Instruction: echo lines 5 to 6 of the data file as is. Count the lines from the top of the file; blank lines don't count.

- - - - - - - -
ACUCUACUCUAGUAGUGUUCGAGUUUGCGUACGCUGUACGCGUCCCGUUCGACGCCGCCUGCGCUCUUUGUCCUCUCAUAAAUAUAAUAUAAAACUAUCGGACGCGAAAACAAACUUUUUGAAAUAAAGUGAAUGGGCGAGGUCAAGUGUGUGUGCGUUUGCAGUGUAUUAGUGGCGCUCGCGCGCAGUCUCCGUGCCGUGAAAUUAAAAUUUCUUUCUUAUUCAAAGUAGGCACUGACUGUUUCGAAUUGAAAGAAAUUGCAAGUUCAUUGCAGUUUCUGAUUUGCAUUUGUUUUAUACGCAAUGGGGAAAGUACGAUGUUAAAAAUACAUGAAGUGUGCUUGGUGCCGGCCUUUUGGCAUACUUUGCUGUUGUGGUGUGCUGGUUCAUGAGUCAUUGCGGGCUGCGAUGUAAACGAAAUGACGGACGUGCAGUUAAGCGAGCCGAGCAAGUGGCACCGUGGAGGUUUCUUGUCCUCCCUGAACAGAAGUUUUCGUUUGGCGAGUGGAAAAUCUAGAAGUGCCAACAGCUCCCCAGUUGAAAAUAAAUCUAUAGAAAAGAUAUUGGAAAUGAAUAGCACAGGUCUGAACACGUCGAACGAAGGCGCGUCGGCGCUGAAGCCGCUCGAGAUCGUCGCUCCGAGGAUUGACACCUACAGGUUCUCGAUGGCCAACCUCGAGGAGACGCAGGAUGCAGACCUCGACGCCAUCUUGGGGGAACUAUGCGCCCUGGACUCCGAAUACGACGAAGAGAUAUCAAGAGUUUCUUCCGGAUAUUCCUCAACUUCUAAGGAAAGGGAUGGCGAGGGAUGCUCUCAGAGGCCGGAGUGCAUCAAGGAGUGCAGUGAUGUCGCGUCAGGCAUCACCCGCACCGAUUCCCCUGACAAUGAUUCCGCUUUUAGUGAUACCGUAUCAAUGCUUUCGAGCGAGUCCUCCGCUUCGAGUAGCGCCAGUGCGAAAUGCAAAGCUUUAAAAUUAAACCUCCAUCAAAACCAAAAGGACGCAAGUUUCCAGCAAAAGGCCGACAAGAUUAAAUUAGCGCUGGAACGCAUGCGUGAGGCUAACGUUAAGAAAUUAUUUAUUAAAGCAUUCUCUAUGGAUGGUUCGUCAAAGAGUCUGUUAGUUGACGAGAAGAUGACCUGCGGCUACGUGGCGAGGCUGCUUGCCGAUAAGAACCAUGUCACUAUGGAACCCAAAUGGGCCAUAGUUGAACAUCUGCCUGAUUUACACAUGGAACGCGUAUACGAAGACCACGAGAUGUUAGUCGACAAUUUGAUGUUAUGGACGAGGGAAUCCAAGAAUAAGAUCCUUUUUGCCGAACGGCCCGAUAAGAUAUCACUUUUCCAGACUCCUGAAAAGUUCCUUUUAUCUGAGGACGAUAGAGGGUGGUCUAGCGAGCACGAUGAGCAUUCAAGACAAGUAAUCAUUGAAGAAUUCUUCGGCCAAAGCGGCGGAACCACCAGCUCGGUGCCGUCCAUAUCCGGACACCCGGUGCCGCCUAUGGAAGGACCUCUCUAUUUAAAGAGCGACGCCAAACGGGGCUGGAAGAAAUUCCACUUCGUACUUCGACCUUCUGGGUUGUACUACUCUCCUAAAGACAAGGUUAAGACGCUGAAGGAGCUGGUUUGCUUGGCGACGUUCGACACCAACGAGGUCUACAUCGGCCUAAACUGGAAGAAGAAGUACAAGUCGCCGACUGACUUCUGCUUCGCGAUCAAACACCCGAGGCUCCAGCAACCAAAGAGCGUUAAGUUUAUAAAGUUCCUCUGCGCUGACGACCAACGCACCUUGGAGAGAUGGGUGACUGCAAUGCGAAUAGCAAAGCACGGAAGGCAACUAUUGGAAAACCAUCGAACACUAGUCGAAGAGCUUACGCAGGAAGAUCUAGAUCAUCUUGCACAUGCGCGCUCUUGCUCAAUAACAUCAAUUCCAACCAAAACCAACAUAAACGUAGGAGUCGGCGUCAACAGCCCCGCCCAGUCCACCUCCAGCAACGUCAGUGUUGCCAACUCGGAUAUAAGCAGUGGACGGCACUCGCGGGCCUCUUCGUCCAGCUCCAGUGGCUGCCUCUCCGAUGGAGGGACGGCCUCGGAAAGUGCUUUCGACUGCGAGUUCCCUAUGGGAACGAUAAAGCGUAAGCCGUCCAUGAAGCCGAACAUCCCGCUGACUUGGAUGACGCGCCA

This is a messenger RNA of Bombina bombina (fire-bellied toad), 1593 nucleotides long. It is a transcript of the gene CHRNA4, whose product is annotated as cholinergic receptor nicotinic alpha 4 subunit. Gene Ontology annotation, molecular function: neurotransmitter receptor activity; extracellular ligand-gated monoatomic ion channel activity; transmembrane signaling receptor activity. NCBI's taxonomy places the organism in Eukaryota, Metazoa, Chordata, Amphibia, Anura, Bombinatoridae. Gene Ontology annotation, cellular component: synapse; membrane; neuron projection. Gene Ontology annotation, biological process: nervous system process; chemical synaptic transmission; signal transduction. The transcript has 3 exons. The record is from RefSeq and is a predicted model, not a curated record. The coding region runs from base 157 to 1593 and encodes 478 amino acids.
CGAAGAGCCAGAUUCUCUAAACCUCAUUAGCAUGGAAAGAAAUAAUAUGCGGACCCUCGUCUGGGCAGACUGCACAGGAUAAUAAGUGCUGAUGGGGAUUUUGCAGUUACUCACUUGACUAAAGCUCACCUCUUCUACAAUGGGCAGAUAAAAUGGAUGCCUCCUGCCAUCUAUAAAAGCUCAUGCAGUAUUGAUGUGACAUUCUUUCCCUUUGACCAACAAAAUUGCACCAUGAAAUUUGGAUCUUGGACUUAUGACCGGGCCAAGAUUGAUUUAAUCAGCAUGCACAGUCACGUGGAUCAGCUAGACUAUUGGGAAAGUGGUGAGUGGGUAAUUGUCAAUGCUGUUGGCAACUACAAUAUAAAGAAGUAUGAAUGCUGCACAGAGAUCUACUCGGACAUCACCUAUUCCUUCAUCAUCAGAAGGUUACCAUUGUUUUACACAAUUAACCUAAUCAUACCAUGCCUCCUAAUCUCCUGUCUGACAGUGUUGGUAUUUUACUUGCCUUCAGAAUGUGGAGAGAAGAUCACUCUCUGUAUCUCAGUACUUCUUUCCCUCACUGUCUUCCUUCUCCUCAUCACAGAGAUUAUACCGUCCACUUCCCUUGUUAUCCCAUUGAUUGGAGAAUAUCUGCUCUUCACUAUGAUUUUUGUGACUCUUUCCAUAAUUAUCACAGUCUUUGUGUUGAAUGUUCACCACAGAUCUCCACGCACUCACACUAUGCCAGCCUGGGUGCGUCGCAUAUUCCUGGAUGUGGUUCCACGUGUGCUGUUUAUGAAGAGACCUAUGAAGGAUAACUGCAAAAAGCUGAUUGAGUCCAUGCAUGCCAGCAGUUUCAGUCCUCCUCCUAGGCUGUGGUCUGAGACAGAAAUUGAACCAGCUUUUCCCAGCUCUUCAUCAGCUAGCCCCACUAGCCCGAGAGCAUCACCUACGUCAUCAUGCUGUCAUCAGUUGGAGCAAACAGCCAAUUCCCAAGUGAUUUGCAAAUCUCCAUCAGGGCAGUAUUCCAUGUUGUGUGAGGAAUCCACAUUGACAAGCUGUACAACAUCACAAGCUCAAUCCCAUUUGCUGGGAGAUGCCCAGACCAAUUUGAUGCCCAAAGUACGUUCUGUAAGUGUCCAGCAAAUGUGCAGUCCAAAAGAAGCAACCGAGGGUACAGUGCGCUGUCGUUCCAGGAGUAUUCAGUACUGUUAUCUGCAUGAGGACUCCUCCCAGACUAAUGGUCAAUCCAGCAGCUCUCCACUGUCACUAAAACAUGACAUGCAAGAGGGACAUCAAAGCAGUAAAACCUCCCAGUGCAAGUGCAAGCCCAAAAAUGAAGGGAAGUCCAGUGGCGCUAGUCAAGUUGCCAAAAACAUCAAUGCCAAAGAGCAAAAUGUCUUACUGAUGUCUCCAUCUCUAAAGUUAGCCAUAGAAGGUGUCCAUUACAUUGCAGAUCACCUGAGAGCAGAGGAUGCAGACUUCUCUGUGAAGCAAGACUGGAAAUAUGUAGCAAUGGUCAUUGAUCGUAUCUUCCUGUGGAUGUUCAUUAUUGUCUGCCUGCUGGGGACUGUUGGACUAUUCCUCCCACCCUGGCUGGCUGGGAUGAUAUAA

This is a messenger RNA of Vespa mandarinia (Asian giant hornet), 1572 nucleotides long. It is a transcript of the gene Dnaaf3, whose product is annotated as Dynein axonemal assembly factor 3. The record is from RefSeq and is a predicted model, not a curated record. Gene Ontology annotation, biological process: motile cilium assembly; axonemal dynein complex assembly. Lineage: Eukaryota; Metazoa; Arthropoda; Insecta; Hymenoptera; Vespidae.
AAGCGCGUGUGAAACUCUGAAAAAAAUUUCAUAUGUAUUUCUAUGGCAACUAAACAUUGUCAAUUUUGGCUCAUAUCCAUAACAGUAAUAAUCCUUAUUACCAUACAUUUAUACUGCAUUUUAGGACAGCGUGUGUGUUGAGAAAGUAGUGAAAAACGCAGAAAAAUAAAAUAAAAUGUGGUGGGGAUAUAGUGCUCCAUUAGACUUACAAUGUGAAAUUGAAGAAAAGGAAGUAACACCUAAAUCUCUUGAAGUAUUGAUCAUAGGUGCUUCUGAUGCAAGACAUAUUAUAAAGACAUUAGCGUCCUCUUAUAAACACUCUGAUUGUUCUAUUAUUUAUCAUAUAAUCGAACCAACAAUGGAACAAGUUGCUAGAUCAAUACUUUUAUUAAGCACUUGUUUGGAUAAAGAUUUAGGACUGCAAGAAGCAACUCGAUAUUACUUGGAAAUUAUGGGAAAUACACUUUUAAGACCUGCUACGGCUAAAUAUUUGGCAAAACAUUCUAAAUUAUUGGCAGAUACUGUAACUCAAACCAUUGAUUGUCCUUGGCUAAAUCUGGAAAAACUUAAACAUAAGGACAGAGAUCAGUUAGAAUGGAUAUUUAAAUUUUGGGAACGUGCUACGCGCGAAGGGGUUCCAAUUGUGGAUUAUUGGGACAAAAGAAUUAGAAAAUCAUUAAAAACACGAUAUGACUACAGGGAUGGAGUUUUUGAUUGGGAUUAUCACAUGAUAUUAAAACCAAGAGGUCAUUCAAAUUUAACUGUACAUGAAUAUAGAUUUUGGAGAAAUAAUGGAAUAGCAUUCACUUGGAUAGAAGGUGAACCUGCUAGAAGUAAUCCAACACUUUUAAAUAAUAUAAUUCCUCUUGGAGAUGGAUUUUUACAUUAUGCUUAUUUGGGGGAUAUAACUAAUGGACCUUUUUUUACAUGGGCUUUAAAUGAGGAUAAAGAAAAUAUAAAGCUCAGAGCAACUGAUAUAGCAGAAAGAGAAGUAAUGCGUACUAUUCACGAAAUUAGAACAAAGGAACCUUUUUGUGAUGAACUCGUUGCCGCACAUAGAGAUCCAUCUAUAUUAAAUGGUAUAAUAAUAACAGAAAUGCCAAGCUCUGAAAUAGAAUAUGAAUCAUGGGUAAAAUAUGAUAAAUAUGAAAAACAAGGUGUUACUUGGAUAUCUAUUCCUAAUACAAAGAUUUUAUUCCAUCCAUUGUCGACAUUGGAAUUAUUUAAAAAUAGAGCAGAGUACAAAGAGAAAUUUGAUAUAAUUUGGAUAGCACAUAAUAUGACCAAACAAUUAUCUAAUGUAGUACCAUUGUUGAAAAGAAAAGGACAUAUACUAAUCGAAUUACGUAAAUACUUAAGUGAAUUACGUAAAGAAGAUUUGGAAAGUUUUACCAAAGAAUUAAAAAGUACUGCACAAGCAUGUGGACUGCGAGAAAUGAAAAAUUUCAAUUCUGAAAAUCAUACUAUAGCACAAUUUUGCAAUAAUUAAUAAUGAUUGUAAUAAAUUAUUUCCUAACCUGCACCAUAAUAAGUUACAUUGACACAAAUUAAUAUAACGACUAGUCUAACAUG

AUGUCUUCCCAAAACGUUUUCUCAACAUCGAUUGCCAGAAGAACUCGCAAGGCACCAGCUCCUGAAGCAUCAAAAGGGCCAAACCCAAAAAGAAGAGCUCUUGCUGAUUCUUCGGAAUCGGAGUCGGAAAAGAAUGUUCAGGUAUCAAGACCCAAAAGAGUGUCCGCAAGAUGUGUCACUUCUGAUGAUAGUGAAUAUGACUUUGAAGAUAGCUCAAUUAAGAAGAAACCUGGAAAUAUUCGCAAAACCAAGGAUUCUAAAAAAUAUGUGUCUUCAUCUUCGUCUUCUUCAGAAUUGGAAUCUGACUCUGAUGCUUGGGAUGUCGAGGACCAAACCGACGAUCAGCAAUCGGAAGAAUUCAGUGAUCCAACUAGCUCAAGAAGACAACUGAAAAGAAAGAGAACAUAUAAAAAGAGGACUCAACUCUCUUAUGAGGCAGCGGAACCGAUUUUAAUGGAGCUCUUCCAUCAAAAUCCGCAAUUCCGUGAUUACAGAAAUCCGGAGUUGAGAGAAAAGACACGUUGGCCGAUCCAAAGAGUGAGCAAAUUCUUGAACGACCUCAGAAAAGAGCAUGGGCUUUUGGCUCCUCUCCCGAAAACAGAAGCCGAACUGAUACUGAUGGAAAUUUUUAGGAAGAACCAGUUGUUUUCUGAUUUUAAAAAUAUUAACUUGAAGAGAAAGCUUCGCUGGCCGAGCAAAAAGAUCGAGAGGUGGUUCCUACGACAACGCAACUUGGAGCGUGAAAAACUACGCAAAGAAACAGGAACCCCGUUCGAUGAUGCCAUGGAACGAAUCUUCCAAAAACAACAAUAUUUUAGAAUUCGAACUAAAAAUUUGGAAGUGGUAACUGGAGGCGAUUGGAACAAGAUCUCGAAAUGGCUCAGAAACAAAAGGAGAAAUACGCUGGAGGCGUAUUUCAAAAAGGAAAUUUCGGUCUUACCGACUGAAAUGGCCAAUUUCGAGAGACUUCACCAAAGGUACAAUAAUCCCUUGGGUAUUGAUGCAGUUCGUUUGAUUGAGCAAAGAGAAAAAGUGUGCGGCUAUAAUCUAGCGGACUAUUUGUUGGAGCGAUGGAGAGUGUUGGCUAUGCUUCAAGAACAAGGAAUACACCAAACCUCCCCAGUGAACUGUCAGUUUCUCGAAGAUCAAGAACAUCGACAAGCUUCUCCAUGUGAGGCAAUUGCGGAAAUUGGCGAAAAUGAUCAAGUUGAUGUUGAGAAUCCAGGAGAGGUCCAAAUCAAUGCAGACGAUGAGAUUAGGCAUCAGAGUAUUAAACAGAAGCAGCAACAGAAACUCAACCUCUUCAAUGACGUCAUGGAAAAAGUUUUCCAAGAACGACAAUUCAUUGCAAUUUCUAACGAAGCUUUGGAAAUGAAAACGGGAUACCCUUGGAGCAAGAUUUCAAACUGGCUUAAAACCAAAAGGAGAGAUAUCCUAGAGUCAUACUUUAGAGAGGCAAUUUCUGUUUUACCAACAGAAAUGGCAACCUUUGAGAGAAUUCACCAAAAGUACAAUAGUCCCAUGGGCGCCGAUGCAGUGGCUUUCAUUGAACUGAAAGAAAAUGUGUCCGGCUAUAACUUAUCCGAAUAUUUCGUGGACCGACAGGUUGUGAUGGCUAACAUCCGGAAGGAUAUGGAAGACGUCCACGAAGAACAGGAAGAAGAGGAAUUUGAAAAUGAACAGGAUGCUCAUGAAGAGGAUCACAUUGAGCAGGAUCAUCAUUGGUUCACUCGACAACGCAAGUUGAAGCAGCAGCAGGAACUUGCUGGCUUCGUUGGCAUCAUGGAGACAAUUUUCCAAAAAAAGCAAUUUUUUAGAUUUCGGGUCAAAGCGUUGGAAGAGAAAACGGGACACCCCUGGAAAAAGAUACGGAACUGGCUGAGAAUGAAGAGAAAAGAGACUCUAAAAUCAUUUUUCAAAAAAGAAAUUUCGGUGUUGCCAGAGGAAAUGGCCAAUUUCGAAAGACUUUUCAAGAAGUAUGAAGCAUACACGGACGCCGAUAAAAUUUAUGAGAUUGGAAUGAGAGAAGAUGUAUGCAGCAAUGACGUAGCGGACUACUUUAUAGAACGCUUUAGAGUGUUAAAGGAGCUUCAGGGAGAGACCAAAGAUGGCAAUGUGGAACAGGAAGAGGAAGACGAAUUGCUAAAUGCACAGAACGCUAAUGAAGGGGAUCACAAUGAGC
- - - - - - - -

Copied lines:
AAGCGCGUGUGAAACUCUGAAAAAAAUUUCAUAUGUAUUUCUAUGGCAACUAAACAUUGUCAAUUUUGGCUCAUAUCCAUAACAGUAAUAAUCCUUAUUACCAUACAUUUAUACUGCAUUUUAGGACAGCGUGUGUGUUGAGAAAGUAGUGAAAAACGCAGAAAAAUAAAAUAAAAUGUGGUGGGGAUAUAGUGCUCCAUUAGACUUACAAUGUGAAAUUGAAGAAAAGGAAGUAACACCUAAAUCUCUUGAAGUAUUGAUCAUAGGUGCUUCUGAUGCAAGACAUAUUAUAAAGACAUUAGCGUCCUCUUAUAAACACUCUGAUUGUUCUAUUAUUUAUCAUAUAAUCGAACCAACAAUGGAACAAGUUGCUAGAUCAAUACUUUUAUUAAGCACUUGUUUGGAUAAAGAUUUAGGACUGCAAGAAGCAACUCGAUAUUACUUGGAAAUUAUGGGAAAUACACUUUUAAGACCUGCUACGGCUAAAUAUUUGGCAAAACAUUCUAAAUUAUUGGCAGAUACUGUAACUCAAACCAUUGAUUGUCCUUGGCUAAAUCUGGAAAAACUUAAACAUAAGGACAGAGAUCAGUUAGAAUGGAUAUUUAAAUUUUGGGAACGUGCUACGCGCGAAGGGGUUCCAAUUGUGGAUUAUUGGGACAAAAGAAUUAGAAAAUCAUUAAAAACACGAUAUGACUACAGGGAUGGAGUUUUUGAUUGGGAUUAUCACAUGAUAUUAAAACCAAGAGGUCAUUCAAAUUUAACUGUACAUGAAUAUAGAUUUUGGAGAAAUAAUGGAAUAGCAUUCACUUGGAUAGAAGGUGAACCUGCUAGAAGUAAUCCAACACUUUUAAAUAAUAUAAUUCCUCUUGGAGAUGGAUUUUUACAUUAUGCUUAUUUGGGGGAUAUAACUAAUGGACCUUUUUUUACAUGGGCUUUAAAUGAGGAUAAAGAAAAUAUAAAGCUCAGAGCAACUGAUAUAGCAGAAAGAGAAGUAAUGCGUACUAUUCACGAAAUUAGAACAAAGGAACCUUUUUGUGAUGAACUCGUUGCCGCACAUAGAGAUCCAUCUAUAUUAAAUGGUAUAAUAAUAACAGAAAUGCCAAGCUCUGAAAUAGAAUAUGAAUCAUGGGUAAAAUAUGAUAAAUAUGAAAAACAAGGUGUUACUUGGAUAUCUAUUCCUAAUACAAAGAUUUUAUUCCAUCCAUUGUCGACAUUGGAAUUAUUUAAAAAUAGAGCAGAGUACAAAGAGAAAUUUGAUAUAAUUUGGAUAGCACAUAAUAUGACCAAACAAUUAUCUAAUGUAGUACCAUUGUUGAAAAGAAAAGGACAUAUACUAAUCGAAUUACGUAAAUACUUAAGUGAAUUACGUAAAGAAGAUUUGGAAAGUUUUACCAAAGAAUUAAAAAGUACUGCACAAGCAUGUGGACUGCGAGAAAUGAAAAAUUUCAAUUCUGAAAAUCAUACUAUAGCACAAUUUUGCAAUAAUUAAUAAUGAUUGUAAUAAAUUAUUUCCUAACCUGCACCAUAAUAAGUUACAUUGACACAAAUUAAUAUAACGACUAGUCUAACAUG

AUGUCUUCCCAAAACGUUUUCUCAACAUCGAUUGCCAGAAGAACUCGCAAGGCACCAGCUCCUGAAGCAUCAAAAGGGCCAAACCCAAAAAGAAGAGCUCUUGCUGAUUCUUCGGAAUCGGAGUCGGAAAAGAAUGUUCAGGUAUCAAGACCCAAAAGAGUGUCCGCAAGAUGUGUCACUUCUGAUGAUAGUGAAUAUGACUUUGAAGAUAGCUCAAUUAAGAAGAAACCUGGAAAUAUUCGCAAAACCAAGGAUUCUAAAAAAUAUGUGUCUUCAUCUUCGUCUUCUUCAGAAUUGGAAUCUGACUCUGAUGCUUGGGAUGUCGAGGACCAAACCGACGAUCAGCAAUCGGAAGAAUUCAGUGAUCCAACUAGCUCAAGAAGACAACUGAAAAGAAAGAGAACAUAUAAAAAGAGGACUCAACUCUCUUAUGAGGCAGCGGAACCGAUUUUAAUGGAGCUCUUCCAUCAAAAUCCGCAAUUCCGUGAUUACAGAAAUCCGGAGUUGAGAGAAAAGACACGUUGGCCGAUCCAAAGAGUGAGCAAAUUCUUGAACGACCUCAGAAAAGAGCAUGGGCUUUUGGCUCCUCUCCCGAAAACAGAAGCCGAACUGAUACUGAUGGAAAUUUUUAGGAAGAACCAGUUGUUUUCUGAUUUUAAAAAUAUUAACUUGAAGAGAAAGCUUCGCUGGCCGAGCAAAAAGAUCGAGAGGUGGUUCCUACGACAACGCAACUUGGAGCGUGAAAAACUACGCAAAGAAACAGGAACCCCGUUCGAUGAUGCCAUGGAACGAAUCUUCCAAAAACAACAAUAUUUUAGAAUUCGAACUAAAAAUUUGGAAGUGGUAACUGGAGGCGAUUGGAACAAGAUCUCGAAAUGGCUCAGAAACAAAAGGAGAAAUACGCUGGAGGCGUAUUUCAAAAAGGAAAUUUCGGUCUUACCGACUGAAAUGGCCAAUUUCGAGAGACUUCACCAAAGGUACAAUAAUCCCUUGGGUAUUGAUGCAGUUCGUUUGAUUGAGCAAAGAGAAAAAGUGUGCGGCUAUAAUCUAGCGGACUAUUUGUUGGAGCGAUGGAGAGUGUUGGCUAUGCUUCAAGAACAAGGAAUACACCAAACCUCCCCAGUGAACUGUCAGUUUCUCGAAGAUCAAGAACAUCGACAAGCUUCUCCAUGUGAGGCAAUUGCGGAAAUUGGCGAAAAUGAUCAAGUUGAUGUUGAGAAUCCAGGAGAGGUCCAAAUCAAUGCAGACGAUGAGAUUAGGCAUCAGAGUAUUAAACAGAAGCAGCAACAGAAACUCAACCUCUUCAAUGACGUCAUGGAAAAAGUUUUCCAAGAACGACAAUUCAUUGCAAUUUCUAACGAAGCUUUGGAAAUGAAAACGGGAUACCCUUGGAGCAAGAUUUCAAACUGGCUUAAAACCAAAAGGAGAGAUAUCCUAGAGUCAUACUUUAGAGAGGCAAUUUCUGUUUUACCAACAGAAAUGGCAACCUUUGAGAGAAUUCACCAAAAGUACAAUAGUCCCAUGGGCGCCGAUGCAGUGGCUUUCAUUGAACUGAAAGAAAAUGUGUCCGGCUAUAACUUAUCCGAAUAUUUCGUGGACCGACAGGUUGUGAUGGCUAACAUCCGGAAGGAUAUGGAAGACGUCCACGAAGAACAGGAAGAAGAGGAAUUUGAAAAUGAACAGGAUGCUCAUGAAGAGGAUCACAUUGAGCAGGAUCAUCAUUGGUUCACUCGACAACGCAAGUUGAAGCAGCAGCAGGAACUUGCUGGCUUCGUUGGCAUCAUGGAGACAAUUUUCCAAAAAAAGCAAUUUUUUAGAUUUCGGGUCAAAGCGUUGGAAGAGAAAACGGGACACCCCUGGAAAAAGAUACGGAACUGGCUGAGAAUGAAGAGAAAAGAGACUCUAAAAUCAUUUUUCAAAAAAGAAAUUUCGGUGUUGCCAGAGGAAAUGGCCAAUUUCGAAAGACUUUUCAAGAAGUAUGAAGCAUACACGGACGCCGAUAAAAUUUAUGAGAUUGGAAUGAGAGAAGAUGUAUGCAGCAAUGACGUAGCGGACUACUUUAUAGAACGCUUUAGAGUGUUAAAGGAGCUUCAGGGAGAGACCAAAGAUGGCAAUGUGGAACAGGAAGAGGAAGACGAAUUGCUAAAUGCACAGAACGCUAAUGAAGGGGAUCACAAUGAGC